Arts & Humanities: Don't Leave College Without Them

mobile applications, online brands for fashion or furniture; blogs for comedy, fitness, or cooking, to name a few—Millennials are writing their own rule- books, for no previous generation has pioneered such a medium in the way Millennial have. Indeed, entrepreneurship is “in”; while only 13% of Millennial respondents in a recent Forbes’ survey said their career goal involves climbing the corpo- rate ladder to become a CEO or president, more than two-thirds (67%) said their goal involves starting their own business (Asghar). Such popularity con- firms Millennials’ collective desire to make a tan - gible human impact, create a product, curate it to particular audience, and promote it through effec - tive communication channels, and thus utilize their distinctly human intellect.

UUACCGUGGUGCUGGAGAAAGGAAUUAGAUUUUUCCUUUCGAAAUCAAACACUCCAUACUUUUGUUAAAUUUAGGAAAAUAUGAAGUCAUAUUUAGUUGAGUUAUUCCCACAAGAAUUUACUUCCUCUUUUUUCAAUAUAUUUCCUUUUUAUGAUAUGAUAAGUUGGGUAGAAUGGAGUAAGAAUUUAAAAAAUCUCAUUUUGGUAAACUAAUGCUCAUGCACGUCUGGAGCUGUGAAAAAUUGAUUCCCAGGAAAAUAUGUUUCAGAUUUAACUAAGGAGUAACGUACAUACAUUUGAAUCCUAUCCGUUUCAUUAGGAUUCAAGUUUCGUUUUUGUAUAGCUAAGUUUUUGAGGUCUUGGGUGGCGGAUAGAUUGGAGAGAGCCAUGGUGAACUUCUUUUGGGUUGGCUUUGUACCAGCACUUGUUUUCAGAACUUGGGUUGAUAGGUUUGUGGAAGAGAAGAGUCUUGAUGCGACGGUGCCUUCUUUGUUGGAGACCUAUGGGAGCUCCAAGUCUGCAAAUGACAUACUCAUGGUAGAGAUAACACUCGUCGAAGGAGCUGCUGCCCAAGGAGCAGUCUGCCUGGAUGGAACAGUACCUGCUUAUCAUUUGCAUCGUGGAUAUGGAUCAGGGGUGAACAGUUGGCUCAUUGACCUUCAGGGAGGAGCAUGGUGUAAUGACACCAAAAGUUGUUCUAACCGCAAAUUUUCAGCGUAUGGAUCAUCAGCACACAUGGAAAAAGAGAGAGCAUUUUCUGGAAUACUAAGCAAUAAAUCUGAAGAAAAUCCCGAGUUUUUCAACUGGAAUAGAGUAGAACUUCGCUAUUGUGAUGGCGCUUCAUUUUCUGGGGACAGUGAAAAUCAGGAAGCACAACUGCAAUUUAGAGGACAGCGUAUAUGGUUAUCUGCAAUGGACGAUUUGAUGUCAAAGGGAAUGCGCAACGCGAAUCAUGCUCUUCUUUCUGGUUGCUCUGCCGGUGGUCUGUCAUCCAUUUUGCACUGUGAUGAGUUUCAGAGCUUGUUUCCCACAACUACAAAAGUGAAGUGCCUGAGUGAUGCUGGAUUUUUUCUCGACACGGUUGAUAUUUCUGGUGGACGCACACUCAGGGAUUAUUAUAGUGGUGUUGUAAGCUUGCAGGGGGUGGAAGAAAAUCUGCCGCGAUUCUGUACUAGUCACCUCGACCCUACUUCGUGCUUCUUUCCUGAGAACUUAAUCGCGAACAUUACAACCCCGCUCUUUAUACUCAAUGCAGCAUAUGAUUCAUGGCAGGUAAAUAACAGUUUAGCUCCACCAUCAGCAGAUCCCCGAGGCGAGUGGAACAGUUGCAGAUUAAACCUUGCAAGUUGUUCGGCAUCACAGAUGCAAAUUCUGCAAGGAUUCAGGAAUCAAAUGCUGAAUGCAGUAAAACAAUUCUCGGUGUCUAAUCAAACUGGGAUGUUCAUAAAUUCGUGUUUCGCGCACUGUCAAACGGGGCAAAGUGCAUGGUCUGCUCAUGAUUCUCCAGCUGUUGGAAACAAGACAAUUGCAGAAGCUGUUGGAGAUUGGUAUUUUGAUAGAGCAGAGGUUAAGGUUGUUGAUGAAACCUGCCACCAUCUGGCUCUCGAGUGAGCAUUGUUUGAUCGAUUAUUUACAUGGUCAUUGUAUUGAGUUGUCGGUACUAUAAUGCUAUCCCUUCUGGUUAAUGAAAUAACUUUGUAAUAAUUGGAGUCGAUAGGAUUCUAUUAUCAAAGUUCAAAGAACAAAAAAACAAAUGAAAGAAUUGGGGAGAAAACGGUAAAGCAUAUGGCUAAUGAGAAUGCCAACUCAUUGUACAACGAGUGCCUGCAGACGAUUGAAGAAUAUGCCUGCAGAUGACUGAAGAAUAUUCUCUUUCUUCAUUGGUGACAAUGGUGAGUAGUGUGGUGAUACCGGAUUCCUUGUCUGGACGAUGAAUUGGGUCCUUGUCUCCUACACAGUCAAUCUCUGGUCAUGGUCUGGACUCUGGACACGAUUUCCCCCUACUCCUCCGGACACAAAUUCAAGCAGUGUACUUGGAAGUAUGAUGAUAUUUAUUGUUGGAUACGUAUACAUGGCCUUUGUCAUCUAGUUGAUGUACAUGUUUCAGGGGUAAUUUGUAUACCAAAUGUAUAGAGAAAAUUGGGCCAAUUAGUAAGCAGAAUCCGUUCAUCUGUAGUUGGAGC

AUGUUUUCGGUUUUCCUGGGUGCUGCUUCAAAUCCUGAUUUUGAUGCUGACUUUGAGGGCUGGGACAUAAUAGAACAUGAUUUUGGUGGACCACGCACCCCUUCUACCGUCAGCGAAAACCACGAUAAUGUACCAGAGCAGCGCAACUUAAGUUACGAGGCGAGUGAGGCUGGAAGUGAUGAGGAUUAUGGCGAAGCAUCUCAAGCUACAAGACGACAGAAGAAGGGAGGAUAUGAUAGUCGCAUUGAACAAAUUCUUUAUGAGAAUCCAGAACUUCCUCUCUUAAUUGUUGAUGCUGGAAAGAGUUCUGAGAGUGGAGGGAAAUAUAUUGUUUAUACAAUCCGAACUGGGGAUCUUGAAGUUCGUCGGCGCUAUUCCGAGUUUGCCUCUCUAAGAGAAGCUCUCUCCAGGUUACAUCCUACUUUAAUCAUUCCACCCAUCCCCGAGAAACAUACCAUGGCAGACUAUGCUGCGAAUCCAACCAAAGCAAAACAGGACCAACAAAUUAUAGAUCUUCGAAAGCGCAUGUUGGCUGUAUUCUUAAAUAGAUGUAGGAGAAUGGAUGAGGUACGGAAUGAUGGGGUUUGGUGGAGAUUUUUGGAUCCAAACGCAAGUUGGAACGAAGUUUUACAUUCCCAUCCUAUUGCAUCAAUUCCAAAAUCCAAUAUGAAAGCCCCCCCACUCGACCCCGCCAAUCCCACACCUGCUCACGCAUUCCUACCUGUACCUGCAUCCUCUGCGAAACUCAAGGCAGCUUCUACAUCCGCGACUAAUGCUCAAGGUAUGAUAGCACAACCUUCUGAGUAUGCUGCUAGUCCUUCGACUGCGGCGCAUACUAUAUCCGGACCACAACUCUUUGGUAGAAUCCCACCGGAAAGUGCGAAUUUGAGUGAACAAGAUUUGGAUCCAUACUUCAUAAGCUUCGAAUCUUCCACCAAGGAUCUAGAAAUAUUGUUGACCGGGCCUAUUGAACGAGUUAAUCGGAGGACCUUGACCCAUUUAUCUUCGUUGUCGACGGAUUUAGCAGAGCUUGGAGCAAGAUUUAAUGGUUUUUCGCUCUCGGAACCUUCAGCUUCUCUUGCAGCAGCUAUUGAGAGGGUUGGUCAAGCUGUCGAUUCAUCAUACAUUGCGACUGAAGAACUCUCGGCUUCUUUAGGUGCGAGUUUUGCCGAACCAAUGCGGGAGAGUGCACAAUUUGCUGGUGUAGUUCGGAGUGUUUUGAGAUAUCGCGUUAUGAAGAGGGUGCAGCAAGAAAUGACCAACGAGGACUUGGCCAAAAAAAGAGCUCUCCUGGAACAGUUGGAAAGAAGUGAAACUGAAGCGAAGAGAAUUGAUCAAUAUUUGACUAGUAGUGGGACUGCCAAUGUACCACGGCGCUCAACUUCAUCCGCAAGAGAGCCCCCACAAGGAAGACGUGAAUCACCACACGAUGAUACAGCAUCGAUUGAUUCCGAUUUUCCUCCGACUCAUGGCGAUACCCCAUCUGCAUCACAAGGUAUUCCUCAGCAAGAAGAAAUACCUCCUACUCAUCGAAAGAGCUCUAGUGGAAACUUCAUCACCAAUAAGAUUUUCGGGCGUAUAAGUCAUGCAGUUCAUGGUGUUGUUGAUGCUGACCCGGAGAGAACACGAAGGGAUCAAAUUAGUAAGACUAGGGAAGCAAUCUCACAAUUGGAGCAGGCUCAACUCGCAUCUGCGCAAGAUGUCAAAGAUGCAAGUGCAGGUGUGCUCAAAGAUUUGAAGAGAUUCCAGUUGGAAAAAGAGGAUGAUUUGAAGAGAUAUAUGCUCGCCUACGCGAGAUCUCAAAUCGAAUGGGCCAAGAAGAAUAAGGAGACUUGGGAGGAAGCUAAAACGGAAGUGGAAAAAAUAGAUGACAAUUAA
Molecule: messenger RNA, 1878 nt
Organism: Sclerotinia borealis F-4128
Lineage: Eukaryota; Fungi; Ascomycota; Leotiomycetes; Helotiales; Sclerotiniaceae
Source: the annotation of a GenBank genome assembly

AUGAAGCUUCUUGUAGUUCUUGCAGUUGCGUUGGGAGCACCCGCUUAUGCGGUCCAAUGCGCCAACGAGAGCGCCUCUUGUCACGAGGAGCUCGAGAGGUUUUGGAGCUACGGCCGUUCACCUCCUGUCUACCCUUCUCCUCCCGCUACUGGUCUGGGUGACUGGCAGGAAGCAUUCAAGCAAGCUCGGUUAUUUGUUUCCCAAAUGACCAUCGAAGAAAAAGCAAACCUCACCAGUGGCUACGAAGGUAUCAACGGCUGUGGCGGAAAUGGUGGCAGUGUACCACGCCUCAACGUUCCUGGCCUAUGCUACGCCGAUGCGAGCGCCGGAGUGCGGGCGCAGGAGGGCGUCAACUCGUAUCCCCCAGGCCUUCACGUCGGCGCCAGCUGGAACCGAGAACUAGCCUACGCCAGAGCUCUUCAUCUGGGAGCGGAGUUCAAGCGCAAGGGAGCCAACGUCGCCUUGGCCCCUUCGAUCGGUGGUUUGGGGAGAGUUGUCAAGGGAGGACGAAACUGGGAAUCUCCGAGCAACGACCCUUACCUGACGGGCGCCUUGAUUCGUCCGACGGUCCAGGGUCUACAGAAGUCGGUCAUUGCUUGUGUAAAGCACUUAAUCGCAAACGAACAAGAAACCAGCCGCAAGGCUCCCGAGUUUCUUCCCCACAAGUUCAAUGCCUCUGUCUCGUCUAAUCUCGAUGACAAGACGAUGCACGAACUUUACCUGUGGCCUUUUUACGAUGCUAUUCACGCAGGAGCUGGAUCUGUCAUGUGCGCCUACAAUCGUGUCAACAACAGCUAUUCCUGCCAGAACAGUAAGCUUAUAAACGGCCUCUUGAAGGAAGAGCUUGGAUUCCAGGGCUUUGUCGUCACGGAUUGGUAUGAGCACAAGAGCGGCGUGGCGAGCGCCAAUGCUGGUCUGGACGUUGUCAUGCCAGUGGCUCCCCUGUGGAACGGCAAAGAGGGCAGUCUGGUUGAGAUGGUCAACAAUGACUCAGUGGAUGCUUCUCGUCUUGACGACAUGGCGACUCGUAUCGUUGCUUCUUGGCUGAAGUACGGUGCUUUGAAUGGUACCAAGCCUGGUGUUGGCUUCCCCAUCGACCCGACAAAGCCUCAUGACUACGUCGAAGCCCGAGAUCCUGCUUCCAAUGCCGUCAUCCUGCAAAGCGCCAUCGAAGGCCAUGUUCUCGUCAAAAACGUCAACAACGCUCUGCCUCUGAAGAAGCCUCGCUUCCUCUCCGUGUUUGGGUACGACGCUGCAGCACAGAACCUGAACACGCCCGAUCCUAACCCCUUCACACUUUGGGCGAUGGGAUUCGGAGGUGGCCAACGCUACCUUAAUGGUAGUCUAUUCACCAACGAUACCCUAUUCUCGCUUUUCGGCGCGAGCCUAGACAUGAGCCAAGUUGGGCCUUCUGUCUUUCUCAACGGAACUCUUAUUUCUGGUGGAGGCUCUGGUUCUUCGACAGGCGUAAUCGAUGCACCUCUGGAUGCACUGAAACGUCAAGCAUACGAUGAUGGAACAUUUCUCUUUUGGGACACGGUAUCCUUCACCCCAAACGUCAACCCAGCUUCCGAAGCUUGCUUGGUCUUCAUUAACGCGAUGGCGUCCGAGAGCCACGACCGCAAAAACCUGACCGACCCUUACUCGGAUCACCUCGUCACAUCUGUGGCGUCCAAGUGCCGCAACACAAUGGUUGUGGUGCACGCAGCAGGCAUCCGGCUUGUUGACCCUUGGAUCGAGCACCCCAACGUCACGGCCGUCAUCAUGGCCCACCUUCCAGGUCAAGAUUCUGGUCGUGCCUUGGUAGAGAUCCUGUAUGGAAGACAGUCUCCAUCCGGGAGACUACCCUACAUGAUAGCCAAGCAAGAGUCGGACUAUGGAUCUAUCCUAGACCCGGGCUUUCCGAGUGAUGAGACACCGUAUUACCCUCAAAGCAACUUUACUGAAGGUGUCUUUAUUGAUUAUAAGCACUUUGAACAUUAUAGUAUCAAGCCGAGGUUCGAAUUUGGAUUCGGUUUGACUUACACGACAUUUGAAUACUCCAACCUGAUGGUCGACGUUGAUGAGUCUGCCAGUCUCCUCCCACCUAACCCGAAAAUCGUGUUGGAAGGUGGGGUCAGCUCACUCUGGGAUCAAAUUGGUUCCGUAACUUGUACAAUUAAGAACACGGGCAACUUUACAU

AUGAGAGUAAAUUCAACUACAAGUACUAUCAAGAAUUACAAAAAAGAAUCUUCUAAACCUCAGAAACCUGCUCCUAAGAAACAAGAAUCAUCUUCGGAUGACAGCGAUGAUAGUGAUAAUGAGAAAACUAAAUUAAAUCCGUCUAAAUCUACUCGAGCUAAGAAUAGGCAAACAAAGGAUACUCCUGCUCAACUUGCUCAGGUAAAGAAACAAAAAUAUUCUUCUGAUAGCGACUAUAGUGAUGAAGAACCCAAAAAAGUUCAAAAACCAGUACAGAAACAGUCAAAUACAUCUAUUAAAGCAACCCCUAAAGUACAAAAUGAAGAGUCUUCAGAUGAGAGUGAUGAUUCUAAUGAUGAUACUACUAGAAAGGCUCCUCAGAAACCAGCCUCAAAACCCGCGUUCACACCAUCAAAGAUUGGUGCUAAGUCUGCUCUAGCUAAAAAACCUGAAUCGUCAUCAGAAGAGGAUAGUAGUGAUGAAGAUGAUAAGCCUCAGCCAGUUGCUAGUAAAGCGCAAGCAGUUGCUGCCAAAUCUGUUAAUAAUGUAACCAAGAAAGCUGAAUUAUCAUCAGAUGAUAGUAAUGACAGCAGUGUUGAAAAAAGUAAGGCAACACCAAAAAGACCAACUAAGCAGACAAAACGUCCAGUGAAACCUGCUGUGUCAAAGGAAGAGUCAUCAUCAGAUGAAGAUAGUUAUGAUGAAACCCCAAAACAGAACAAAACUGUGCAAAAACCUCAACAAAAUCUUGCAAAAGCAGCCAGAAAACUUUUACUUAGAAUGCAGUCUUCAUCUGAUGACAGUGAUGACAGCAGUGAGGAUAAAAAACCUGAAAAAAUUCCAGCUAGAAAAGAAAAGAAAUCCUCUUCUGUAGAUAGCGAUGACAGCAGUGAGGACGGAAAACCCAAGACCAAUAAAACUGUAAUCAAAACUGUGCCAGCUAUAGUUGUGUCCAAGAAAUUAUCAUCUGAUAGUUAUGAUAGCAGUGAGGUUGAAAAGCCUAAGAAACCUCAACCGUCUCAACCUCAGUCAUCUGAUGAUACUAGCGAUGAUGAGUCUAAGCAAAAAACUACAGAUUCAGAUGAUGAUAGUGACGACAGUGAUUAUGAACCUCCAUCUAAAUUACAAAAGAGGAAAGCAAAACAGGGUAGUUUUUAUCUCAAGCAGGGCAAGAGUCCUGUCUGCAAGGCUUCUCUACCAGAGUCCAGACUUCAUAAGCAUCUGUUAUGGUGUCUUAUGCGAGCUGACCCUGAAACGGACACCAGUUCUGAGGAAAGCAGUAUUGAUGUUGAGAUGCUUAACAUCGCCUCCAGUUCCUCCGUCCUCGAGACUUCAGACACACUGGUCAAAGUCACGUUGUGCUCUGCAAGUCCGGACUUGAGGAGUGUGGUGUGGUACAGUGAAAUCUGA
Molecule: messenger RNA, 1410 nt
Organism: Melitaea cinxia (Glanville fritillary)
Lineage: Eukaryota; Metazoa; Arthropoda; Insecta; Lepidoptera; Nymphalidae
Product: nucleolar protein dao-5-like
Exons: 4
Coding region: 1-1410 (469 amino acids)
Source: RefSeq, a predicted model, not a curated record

day’s simultaneous automation and innovation revo- lution as an opportunemoment to cultivate this talent, from K-12 classrooms to community art workshops, in college departments and in marketing departments. Not only is this investment in creativity culturally rel- evant, but also economically savvy, as is anecdotally explained by MIT scientist David Autor, who theorizes why human bank tellers exist despite the invention of automated teller machines (ATMs): ATMs could do certain cash-handling tasks faster and better than tellers, but that didn’t make human tell- ers superfluous. Instead, it increased the importance of their problem-solving skills and their relationships with customers. The same principle applies if we’re building a building, if we’re diagnosing and caring for a patient, or if we’re teaching a roomful of high schoolers. As our tools improve, technology magnifies our leverage and increases the importance of our ex- pertise, judgment and creativity. Given this ongoing economic phenomenon, it would be wise for governments to invest in the discipline that best cultivates such “judgment and creativity,” or our most “human” abilities: the humanities. Defined as “the study of how people process and document the human experience”, the humanities touch upon disciplines such as philosophy, literature, religion, art, music, history and language (Ober). In relating this field to workplace gains, Katie Cottle, chair of Human - ities at Wilmington University, explains that the stu- dents who make the greatest gains in critical thinking are those who “read over 50 pages a week and write over 20 pages over the course of a semester.” Like Autor, she reasons that, “Critical thinking is essential